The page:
BOSTON - In a political stunner, incumbent Democratic U.S. Rep. Michael Capuano lost Tuesday's primary to Ayanna Pressley, a Boston city councilor who is virtually assured of becoming the first black woman to serve Massachusetts in Congress.
The 44-year-old's upset over a 10-term incumbent congressman underscores the shift underway in a Democratic Party whose base is seeking younger, more diverse candidates who embrace progressive policies. Her victory comes just two months after Alexandria Ocasio-Cortez similarly defeated a top House leader in a primary for a New York congressional seat.
Ocasio-Cortez on Tuesday night tweeted a selfie of both women together and wrote, "In June, I won my primary. Tonight, she won hers. Here's to November." A Pressley campaign insider, meanwhile, posted a video showing the candidate the moment she learned she'd won.
Pressley, the first black woman to serve on the council, is now on track to represent an area of Massachusetts once served by Democratic icons Tip O'Neill and John F. Kennedy.
"Change is coming and the future belongs to all of us," Pressley told wildly cheering supporters Tuesday night.
A subdued Capuano told supporters he did everything he could to win re-election.
"Apparently the district just is very upset with lots of things that are going on. I don't blame them. I'm just as upset as they are, but so be it. This is the way life goes," he said.
The race between Capuano and Pressley was perhaps the most closely watched contest in Massachusetts, especially since Pressley drew comparisons to Ocasio-Cortez.
The 7th Congressional District is the only one in the state where minorities comprise a majority of the population.
"This is a fight for the soul of our party and the future of our democracy," Pressley said Tuesday while campaigning in the district. "And a reliable vote is not good enough."
Capuano is considered one of the most liberal members of the Massachusetts delegation, and Pressley had acknowledged she had few major policy quarrels with him.
There is no Republican on the November ballot in the district, meaning Pressley is virtually assured of entering Congress in January.
Massachusetts' last Democratic primary upset came in 2014, when Seth Moulton defeated Rep. John Tierney in the state's 6th Congressional District.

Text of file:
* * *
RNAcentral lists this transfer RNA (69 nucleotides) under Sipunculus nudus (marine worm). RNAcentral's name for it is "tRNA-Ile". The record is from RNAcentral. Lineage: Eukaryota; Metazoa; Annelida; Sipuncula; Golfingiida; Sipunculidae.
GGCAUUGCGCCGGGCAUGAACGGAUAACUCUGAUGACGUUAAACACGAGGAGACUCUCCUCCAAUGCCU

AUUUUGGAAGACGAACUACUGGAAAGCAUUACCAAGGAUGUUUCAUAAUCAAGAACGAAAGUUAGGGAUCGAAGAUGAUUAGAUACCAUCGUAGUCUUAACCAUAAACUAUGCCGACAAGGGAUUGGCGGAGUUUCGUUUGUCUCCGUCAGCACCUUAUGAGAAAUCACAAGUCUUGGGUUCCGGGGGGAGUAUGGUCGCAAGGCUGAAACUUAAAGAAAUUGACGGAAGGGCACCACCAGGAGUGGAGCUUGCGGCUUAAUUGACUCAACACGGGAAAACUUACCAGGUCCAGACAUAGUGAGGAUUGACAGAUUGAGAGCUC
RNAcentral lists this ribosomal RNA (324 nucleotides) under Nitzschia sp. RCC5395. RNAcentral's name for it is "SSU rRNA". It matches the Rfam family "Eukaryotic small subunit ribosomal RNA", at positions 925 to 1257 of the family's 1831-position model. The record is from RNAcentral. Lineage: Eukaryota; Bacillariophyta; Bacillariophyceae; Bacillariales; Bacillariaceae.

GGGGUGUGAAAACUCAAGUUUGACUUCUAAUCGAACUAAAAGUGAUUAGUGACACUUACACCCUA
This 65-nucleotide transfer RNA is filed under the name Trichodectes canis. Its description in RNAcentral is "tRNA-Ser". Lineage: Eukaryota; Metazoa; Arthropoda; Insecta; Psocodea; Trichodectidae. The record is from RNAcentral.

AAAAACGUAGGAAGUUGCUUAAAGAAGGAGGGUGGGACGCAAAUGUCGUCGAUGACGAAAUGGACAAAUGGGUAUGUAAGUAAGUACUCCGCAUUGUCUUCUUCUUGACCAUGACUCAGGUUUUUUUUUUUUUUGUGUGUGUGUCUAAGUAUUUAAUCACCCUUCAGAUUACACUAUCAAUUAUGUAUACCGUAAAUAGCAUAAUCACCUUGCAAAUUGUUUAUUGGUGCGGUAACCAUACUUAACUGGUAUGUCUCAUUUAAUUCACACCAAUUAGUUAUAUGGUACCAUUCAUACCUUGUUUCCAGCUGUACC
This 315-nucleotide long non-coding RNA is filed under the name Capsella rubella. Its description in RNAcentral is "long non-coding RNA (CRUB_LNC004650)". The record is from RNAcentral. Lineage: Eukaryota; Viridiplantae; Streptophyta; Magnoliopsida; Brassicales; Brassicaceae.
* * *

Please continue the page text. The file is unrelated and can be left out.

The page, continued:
Democratic U.S. Sen. Elizabeth Warren sailed through her primary unopposed. She'll face Geoff Diehl, a state representative who served as co-chairman of President Donald Trump's 2016 campaign in the state and defeated two other Republicans for his party's nomination.
Another veteran congressman, Democratic Rep. Richard Neal, won a spirited primary showdown with Tahirah Amatul-Wadud, a black attorney from Springfield who had hoped to become the first Muslim to serve in Congress from Massachusetts. Neal, the dean of the state's House delegation, first was elected in 1989.
>>Election 2018: Primary results
Two other Democratic House incumbents, William Keating and Joe Kennedy, fended off primary challenges on Tuesday. Kennedy, the grandson of the late U.S. Sen. Robert F. Kennedy, delivered the Democratic response to Trump's State of the Union address earlier this year.
Another Democrat, U.S. Rep. Niki Tsongas, is retiring at the end of this term, and that open seat touched off a political scramble with 10 candidates on the Democratic primary ballot.
The state's Democratic Party will host a post-primary unity event in Dorchester on Wednesday at 11 a.m.
Republican Gov. Charlie Baker won his party's nomination for a second term, defeating Scott Lively, a conservative minister and staunch supporter of Trump who frequently called Baker - a frequent critic of the president - a RINO, or Republican in Name Only. Baker will face Democrat Jay Gonzalez in November.
Baker, a moderate who has been popular with voters in what is perceived as one of the nation's bluest states, will face Gonzalez, who served as secretary of administration and finance under Democratic Gov. Deval Patrick.
"At a time when our country is having trouble finding common ground on so many issues, we in Massachusetts are the exception," Baker told supporters. "We believe that people in public life can, and should, debate the issues respectfully and seek common ground whenever possible."
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